• Post-production Some prompt questions to consider:• How much of your text was ‘created’ only in post-production?• What technologies did you use to modify your raw material? How did this change the meaning of yourwork?• How much did you manipulate sync sound or create new sound for your text? What effect did that have onyour text?• How much of your footage ended up ‘on the cutting room floor’ (unused) and why?Consider the Digital technology topic in particular when youre working on this one.As you read the following points do remember that they assume you’ll be providing veryprecise examples of editing and soundtracking in particular. I highly recommend you spendsome time back in F6 physically looking at the FX/transitions etc in both iMovie and FCE,perhaps bringing footage to play around with, to refresh your memory!The key to all of this is how your original idea, and then your well crafted storyboards andscreenplays, even the footage you ultimately shot, were transformed or enhanced [evolved]through the further application of digital technology. Did re-sequencing some shots/scenescreate new meanings? Did audience testing lead you to experiment with more changes fromyour initial plan/concept? Did the soundtrack lead you to make radical changes, perhaps re-cutting some scenes to closely fit the music’s rhythm? Aside from visual impact, what impactdid FCE’s multi-layering capacity have?Some points Ill address below:iMOVIE 06 v FCE 4AUTEUR + COMBINING DIRECTING/EDITINGTHE DIRECTORS CUTIMPACT + SPREAD OF NEW MEDIAAUDIENCE FEEDBACKSALVAGING WEAK FOOTAGERE-SHOOTSDRAFTINGPACE/TIMING is frequently a key factor and influence on Mediacoursework post-productionTIME LIMITS: HELPFUL?EXPOSITIONEXHIBITIONQ1a Guides Media Studies @ IGS 17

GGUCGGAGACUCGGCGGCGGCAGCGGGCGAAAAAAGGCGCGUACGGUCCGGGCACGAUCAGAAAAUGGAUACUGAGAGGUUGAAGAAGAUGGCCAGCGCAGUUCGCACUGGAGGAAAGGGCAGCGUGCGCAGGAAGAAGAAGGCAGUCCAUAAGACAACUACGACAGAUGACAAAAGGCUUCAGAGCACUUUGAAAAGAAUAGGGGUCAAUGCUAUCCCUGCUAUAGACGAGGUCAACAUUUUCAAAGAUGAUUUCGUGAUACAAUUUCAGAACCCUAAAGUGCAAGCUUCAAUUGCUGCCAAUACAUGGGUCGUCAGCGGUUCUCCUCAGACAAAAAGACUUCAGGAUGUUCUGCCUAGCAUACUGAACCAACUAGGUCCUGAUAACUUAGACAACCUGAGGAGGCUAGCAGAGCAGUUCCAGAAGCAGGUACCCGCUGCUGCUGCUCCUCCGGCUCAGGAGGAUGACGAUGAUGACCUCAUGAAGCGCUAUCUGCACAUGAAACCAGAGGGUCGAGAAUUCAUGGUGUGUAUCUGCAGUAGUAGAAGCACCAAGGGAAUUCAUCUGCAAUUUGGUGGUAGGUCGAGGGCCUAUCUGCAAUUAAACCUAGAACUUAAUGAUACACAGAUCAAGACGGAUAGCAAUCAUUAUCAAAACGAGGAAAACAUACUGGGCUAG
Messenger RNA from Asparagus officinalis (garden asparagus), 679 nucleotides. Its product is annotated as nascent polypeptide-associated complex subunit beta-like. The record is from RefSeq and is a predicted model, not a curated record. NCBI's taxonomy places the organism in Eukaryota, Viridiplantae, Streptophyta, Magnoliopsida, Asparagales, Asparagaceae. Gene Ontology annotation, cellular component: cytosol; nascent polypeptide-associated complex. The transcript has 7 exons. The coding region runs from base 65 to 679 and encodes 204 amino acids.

• iMOVIE 06 v FCE 4 What influence did the differing software have on your editing? Did FCEenable you to more adventurous or ambitious; excercise more finesse/finer control? [to answer such questionsyou need to think of specific scenes/shots/effects in BOTH your AS and A2 productions to do acompare/contrast, and cite some specific tools/features in the contrasting software] It might help to considerhow your AS would’ve altered if edited with FCE.AUTEUR + COMBINING DIRECTING/EDITING The auteur concept is alsouseful here, but the weaknesses of the concept need to be considered too: eg editing is a specialist role andmany directors will oversee but have limited hands-on involvement with editing. Your group may have dividedroles somewhat? Consider examples of directors who do their own editing. There are also many famousdirector/editor teams, who spark debates over who actually has most influence over the final shape of a film.There is a useful wiki on this, including a hyperlinked list of notable examples: Film critic Walter Kerr has argued that editing is comparable in its importance to directing itself, and should be credited as such.[1] Quentin Tarantino has been quoted as saying, "The best collaborations are the director- editor teams, where they can finish each others sentences," and that his own editor, Sally Menke, is his "only, truly genuine collaborator."[2] Crediting the editing of a film is made more difficult by the fact that the relative contributions of the director and the editor vary enormously. At one extreme lies the old Hollywood studio system; as described by Lizzie Francke, this was the "period when the editor was often left to his or her own devices in the cutting room. The pressures of production turn-over during the hey-day of the studio system often meant that the director could not be around to supervise since they were on to their next production."[3][4][5] At the other extreme lie "auteur" directors who personally edit their own films. The Coen Brothers are a contemporary example. Cecil B. DeMilles silent films (through 1918) provide an early one.[6]The history of Apocalypse Now, Francis Ford Coppolas infamous war epic, makes for an interesting case study:years in the making, his editor unquestionably deserves much of the credit for this sprawling opus (the directorscut lasts a whopping 202mins!).The directors cut has become a standard method for squeezing further profit out of films (first thevanilla DVD release, then the special edition, then the directors cut, and maybe the ultimate edition), showingthat at a basic level the public recognises the importance of editing.The flipside to this is the lack of control many directors have over the edit, which the studios will often overseewith little or no involvement of the director, who may be working on a new project while post-production iscarried out. Orson Welles famously wrote an anguished 58 page to the head of Universal when he saw how thestudios edit had butchered his vision for Touch of Evil (1958) [wiki on this; in-depth article on how two famouseditors re-cut the film in 1998, after Welles death, using this memo as their guide - a fairly unique directorscut]It might help you to pin down the differences if you consider how your AS film opening would be advanced byexploiting the more powerful tools available within FCE.[Remember, there is also a useful Powerpoint on the blog]IMPACT + SPREAD OF NEW MEDIA Digital recording + editing kit has becomeaffordable and accessible, with Macs in particular introducing many to the art of film-making and editing withits iLife package (iMovie, IDVD, Garageband etc) bundled, while on PCs the basic Windows MovieMakersoftware also comes bundled. Never mind camcorders at under £100, most mobile phones now have the abilityQ1a Guides Media Studies @ IGS 18